Yet all three of these media outlets are wrong, and in a way that may well be very significant. Turning back to the report in The Sun, we find that it is by far the most detailed of all the reports on the duck incident. In fact, it appeared three days after the others appeared, with The Sun sending a reporter to interview the boy and his parents. Here is a snippet:

“Aiden and his pals are thought to be the youngest of 130 exposed to the nerve agent Novichok, said to have been unleashed in Salisbury by President Vladimir Putin

Aiden’s family were alerted after cops traced him from CCTV pics.

Aiden’s civil engineer dad Luke, 33, said: ‘Obviously we had seen the incident on the news but didn’t think we were involved at all. Aiden was playing in the park with his friends when they spotted the Russian gentleman and his daughter. Kids being kids they went over and he gave them some bread and they fed the ducks. We didn’t think anything of it until two weeks later when then the police knocked on our door.’

It was terrifying. We took Aiden to hospital for a load of tests and then the police told us they had to burn everything Aiden was wearing that day.’”

So presumably, Aiden and his friends were seen on camera, as was Sergei Skripal and possibly Yulia, and this was on 4th March. We aren’t told when in the day this was, but given that the police traced the family, and Aiden then had to go to hospital, it clearly must have been after the police claim Mr Skripal came into contact with nerve agent on his door handle.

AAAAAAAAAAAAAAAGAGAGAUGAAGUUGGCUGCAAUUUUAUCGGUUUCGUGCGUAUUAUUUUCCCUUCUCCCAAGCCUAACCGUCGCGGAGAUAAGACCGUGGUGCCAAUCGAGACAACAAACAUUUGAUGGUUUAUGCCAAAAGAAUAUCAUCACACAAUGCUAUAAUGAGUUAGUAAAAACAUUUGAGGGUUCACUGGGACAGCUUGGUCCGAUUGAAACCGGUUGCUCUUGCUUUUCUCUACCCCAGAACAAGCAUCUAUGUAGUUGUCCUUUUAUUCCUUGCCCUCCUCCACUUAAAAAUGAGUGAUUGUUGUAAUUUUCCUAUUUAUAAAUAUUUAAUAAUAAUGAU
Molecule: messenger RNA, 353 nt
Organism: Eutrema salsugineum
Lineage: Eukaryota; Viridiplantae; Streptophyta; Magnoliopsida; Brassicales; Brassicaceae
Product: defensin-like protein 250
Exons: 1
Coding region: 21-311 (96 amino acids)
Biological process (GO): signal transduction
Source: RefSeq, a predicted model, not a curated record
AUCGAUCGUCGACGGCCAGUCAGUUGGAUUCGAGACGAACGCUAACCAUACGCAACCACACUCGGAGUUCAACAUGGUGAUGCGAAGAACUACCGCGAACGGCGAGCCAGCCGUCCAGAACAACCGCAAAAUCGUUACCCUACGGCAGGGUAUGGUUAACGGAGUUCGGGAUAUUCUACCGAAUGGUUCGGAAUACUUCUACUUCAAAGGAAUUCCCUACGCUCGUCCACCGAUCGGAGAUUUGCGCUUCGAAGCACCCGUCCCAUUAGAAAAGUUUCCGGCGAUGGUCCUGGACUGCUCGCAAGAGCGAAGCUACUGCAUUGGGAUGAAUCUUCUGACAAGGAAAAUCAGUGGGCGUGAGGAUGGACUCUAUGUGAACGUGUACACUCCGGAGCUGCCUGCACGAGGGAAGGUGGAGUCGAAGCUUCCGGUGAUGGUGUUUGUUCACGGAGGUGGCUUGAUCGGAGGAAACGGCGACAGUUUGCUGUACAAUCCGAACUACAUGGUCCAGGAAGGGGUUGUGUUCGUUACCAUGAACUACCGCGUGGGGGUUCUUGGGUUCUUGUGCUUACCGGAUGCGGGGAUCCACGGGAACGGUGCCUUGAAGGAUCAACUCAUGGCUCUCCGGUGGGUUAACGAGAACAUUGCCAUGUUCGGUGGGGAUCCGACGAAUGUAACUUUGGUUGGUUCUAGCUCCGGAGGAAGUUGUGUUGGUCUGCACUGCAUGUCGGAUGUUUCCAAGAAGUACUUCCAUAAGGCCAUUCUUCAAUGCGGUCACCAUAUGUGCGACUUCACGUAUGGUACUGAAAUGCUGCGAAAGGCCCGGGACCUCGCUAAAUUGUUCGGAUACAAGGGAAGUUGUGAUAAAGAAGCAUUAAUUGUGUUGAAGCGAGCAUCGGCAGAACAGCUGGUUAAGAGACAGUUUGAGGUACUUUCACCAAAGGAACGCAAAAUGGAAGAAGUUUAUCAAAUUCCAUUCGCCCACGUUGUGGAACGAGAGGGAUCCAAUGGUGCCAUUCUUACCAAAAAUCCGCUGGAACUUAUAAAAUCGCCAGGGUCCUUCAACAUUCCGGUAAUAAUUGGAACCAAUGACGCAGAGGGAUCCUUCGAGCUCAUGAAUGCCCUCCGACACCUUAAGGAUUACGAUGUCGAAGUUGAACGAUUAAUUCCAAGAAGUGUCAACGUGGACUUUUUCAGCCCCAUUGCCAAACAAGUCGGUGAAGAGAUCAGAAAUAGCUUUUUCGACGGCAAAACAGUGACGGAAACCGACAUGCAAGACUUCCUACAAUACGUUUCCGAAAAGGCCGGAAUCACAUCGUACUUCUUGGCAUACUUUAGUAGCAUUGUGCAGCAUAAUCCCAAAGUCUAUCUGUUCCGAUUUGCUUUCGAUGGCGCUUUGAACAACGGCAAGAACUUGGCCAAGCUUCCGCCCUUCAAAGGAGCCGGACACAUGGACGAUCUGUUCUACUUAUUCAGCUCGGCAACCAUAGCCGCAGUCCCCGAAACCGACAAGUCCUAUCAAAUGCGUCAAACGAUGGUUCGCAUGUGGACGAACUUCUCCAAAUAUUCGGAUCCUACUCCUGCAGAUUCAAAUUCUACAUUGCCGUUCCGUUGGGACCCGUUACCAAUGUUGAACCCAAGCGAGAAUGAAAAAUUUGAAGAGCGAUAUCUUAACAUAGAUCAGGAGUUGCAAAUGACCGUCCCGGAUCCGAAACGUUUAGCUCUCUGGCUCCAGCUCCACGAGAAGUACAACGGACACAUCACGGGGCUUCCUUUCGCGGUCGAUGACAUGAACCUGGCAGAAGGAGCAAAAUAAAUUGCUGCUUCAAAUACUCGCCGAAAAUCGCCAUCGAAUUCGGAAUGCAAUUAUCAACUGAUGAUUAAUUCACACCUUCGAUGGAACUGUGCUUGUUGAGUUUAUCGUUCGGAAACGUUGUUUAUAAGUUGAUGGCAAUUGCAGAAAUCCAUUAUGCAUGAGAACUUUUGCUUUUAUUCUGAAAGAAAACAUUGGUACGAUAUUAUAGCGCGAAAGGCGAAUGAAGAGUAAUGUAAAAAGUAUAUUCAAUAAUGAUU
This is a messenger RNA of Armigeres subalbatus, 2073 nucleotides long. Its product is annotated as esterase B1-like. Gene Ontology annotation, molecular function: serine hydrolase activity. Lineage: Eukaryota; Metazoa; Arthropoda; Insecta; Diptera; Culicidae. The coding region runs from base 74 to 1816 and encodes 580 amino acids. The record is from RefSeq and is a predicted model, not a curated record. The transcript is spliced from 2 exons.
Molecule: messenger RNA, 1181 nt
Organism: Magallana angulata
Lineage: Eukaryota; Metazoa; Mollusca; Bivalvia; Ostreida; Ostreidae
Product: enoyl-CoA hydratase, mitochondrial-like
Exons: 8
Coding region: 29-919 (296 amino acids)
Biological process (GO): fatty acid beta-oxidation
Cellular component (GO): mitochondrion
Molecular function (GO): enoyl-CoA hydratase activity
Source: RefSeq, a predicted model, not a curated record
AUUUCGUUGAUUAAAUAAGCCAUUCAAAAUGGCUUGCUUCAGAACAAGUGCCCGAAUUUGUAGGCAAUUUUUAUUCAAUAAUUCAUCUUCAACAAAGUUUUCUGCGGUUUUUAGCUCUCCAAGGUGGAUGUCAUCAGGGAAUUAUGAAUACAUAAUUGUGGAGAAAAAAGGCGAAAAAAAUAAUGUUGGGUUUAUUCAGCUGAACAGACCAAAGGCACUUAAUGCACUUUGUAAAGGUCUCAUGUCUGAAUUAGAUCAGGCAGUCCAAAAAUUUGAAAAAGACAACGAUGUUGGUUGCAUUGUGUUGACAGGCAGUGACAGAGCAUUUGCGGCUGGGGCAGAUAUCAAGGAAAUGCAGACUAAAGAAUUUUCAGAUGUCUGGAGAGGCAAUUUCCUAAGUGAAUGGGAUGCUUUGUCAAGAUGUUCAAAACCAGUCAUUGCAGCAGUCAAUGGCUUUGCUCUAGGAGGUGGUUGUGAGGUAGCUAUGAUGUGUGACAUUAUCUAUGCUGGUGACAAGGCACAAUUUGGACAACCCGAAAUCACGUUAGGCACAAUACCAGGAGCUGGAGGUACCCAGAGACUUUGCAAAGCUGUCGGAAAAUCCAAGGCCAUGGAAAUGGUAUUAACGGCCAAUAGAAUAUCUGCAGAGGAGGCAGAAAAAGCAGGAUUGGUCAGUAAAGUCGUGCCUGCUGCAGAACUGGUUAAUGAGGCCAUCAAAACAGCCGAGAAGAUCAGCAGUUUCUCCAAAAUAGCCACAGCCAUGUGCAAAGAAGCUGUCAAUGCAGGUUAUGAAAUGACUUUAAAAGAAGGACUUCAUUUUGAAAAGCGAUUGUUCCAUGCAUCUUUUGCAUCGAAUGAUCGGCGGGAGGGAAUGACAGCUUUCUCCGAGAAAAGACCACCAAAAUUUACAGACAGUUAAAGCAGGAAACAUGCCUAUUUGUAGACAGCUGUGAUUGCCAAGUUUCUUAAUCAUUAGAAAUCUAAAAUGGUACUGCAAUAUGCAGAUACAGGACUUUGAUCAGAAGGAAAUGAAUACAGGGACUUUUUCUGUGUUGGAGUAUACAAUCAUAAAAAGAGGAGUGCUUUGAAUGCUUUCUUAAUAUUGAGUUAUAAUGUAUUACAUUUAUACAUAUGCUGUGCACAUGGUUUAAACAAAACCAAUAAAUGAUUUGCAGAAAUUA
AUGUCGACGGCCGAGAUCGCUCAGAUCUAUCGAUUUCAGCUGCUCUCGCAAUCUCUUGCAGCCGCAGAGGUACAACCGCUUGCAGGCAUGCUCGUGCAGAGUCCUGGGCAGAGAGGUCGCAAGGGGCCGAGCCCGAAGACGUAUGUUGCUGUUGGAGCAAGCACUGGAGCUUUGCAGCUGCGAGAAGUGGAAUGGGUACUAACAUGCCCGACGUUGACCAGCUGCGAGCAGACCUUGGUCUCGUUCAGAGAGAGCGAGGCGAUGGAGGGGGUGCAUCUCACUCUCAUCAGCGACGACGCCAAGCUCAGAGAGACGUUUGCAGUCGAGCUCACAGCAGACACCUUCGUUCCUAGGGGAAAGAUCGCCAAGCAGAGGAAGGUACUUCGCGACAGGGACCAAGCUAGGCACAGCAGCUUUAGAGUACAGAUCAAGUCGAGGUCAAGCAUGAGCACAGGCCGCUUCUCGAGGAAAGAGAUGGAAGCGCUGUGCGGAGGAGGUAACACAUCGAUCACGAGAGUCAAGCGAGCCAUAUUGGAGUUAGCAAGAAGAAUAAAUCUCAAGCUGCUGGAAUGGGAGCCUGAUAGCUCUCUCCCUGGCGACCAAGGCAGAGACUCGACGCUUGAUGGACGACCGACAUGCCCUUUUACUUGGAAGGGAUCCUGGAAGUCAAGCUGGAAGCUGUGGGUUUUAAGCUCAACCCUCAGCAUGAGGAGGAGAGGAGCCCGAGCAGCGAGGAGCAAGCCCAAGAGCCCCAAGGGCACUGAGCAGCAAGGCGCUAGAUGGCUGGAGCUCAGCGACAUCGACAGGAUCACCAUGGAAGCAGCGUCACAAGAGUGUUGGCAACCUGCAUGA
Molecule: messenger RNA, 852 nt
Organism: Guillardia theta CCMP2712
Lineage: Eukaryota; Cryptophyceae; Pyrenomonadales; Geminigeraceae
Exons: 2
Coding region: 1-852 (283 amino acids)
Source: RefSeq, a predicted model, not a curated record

But here’s the significant fact (I am indebted to a lady who contacted me to point it out, and I must say I kicked myself for not having realised it before). Unlike the media outlets mentioned above, The Sun doesn’t mention the name of the park, but the piece is accompanied by four photographs of Aiden with his parents in the park where they saw the Skripals, and indeed one of them has the caption “Aiden with his parents by the pond where he spoke to Skripal”. Here is one of the pictures:

Aiden Cooper

But do you know something? This isn’t the Avon Playground. It isn’t even the non-existent Riverside Park. Do you want to know where it is? It happens to be Queen Elizabeth Gardens.

Why is this important? As you are probably aware, Queen Elizabeth Gardens is now a focal point of Skripal 2.0, as it is alleged to be the place where Dawn Sturgess, who has now sadly passed away, picked up a syringe or a container with the toxic substance in. And whilst I’m not entirely sure whether the location of the duck incident being in Queen Elizabeth Gardens, rather than the Avon Playground, has any bearing in terms of the cases themselves, it does raise three huge questions: